US 20040164746 A1
A method and apparatus for detecting volumetric moisture content and conductivity in various media based on the time-domain reflectometry (TDR) system disclosed in patent application Ser. No. 09/945,528. As in patent application Ser. No. 09/945,528, successive square waves are generated and transmitted on a transmission line through a medium of interest, and a characteristic received waveform is analyzed by continuously sampling multiple received waveforms at short time intervals. Unlike the former system, the system in this disclosure does not house the transmitting and receiving circuitry on the same circuit board, but uses a bistatic approach to separate transmitting and receiving modules. A timing signal is coincidentally sent with the transmitted waveform along a separate shielded transmission line. The effects of dispersion caused by the conductive and dielectric properties of the medium on the waveform sent on the unshielded transmission line are extrapolated. This is accomplished by detecting the bulk propagation time and the slope of the distorted rising edge of the characteristic received waveform. Absolute volumetric moisture percentage is inferred from propagation time, and absolute conductivity is inferred from the maximum slope value of the distorted rising edge of the characteristic received waveform.
1. An apparatus for digitizing a waveform sent from a transmitter through a moisture-bearing medium to a receiver comprising the steps of:
A) providing an unshielded transmission line that passes through the medium to a latching comparator;
B) providing a shielded transmission line that passes from the transmitter to the receiver;
C) launching a step function waveform on the unshielded transmission line;
D) sending a timing signal from the transmitter through the shielded transmission line to the receiver;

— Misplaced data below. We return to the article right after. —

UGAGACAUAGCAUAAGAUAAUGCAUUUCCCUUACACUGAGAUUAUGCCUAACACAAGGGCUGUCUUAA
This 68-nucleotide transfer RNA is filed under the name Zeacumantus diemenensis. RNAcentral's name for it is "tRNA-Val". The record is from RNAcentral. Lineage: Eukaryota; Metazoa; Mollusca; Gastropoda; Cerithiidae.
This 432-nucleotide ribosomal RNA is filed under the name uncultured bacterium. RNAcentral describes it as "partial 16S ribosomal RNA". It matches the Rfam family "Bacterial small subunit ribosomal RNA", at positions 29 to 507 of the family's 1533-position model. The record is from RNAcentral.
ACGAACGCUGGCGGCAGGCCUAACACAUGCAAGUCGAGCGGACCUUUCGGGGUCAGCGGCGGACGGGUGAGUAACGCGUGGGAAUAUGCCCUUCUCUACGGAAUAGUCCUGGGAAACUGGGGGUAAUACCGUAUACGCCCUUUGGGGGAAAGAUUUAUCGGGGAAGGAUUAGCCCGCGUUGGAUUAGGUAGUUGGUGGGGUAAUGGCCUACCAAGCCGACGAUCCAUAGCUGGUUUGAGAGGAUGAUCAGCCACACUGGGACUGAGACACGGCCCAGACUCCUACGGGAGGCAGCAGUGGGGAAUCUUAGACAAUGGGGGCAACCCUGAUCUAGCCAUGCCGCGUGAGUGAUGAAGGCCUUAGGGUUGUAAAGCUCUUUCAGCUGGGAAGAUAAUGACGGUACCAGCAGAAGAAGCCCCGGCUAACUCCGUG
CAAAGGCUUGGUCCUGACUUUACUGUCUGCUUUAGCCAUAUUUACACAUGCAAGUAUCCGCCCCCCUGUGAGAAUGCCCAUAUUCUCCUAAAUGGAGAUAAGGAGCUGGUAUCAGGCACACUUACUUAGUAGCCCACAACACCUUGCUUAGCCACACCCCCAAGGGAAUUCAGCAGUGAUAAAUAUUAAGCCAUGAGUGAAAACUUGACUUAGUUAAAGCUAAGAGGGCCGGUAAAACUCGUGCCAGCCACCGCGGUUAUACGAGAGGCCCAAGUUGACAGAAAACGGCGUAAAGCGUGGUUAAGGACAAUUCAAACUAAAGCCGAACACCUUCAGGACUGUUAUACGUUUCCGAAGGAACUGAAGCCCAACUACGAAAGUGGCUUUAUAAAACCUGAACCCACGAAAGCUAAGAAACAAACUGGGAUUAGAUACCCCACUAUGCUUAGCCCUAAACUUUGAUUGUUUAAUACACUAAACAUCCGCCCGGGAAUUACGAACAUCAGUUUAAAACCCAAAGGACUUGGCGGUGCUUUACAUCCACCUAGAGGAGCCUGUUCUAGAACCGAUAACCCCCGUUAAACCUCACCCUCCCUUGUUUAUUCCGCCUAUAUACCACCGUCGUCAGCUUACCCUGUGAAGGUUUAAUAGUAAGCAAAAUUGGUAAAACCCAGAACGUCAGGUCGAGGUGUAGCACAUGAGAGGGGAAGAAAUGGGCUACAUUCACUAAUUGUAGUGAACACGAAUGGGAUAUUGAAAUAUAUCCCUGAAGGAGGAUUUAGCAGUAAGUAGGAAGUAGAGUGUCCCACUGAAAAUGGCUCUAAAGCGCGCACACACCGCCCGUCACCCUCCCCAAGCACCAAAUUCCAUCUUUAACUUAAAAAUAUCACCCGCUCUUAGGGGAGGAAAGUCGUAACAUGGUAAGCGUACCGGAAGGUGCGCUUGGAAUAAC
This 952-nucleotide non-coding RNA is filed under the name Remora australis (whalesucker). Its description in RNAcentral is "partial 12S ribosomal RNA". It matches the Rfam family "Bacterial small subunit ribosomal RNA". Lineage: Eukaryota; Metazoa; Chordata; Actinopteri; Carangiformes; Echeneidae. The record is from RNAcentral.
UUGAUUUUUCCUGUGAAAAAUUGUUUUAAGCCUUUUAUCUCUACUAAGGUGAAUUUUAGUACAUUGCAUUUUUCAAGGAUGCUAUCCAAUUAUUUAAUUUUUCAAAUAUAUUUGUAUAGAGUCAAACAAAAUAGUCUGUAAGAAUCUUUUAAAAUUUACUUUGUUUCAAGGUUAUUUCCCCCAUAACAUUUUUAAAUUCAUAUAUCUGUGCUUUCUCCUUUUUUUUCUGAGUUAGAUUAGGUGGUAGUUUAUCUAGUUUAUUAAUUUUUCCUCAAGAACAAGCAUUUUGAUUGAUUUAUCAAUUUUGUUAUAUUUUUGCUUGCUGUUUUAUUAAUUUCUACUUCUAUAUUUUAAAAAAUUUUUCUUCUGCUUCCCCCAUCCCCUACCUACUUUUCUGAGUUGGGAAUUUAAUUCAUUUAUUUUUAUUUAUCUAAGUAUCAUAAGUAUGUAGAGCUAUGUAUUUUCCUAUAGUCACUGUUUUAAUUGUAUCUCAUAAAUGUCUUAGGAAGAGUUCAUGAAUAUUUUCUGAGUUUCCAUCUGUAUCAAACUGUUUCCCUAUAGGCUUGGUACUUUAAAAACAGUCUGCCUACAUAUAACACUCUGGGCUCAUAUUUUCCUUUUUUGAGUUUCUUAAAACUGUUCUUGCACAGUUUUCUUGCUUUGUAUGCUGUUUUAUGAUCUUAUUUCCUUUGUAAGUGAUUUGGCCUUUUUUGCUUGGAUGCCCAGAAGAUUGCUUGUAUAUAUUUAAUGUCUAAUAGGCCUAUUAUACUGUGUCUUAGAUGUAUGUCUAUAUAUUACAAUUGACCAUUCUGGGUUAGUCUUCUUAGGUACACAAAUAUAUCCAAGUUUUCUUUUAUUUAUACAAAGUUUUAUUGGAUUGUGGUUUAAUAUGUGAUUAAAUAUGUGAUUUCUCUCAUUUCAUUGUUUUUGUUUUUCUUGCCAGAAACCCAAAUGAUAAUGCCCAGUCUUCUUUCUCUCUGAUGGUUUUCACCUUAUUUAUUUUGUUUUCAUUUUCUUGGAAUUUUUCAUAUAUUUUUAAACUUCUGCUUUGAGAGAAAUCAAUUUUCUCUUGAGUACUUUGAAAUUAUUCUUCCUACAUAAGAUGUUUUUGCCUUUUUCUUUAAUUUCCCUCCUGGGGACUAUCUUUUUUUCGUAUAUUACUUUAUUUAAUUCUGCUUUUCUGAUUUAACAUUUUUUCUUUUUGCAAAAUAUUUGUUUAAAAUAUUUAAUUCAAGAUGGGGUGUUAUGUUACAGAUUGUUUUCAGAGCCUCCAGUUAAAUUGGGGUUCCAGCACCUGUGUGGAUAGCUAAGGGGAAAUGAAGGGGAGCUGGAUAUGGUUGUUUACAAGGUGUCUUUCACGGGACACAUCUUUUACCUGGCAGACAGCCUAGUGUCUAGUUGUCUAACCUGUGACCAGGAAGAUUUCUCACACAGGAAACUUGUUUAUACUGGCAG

E) measuring the amplitude of the waveform at a programmed time point at the latching comparator by using a timing and successive approximation amplitude-measuring technique comprising the steps of:
a) providing a programmable voltage reference to which the waveform is compared by the latching comparator;
b) providing a programmable time offset to set a precisely-timed sampling strobe after the launch of the waveform to sample the waveform amplitude at the latching comparator, which strobe is sent through a shielded transmission line to a the latching comparator on the receiving end;
c) launching multiple, identical step function waveforms and adjusting the programmable voltage reference in a successive approximation fashion until the amplitude of the waveform at the given point has been acquired;
F) changing the programmable time offset to the next desired time point and acquiring the amplitude of the waveform at that point.
2. A method in
A) determining the slope of the received waveform transition from a set of measured points;
B) locating the point of maximum slope of the reconstructed waveform transition;
C) projecting a straight line through the maximum slope point to the x-axis (0 Volts).
E) finding the intercept point of the projected line and the x-axis, wherein the timing of the intercept point represents the propagation time of the waveform.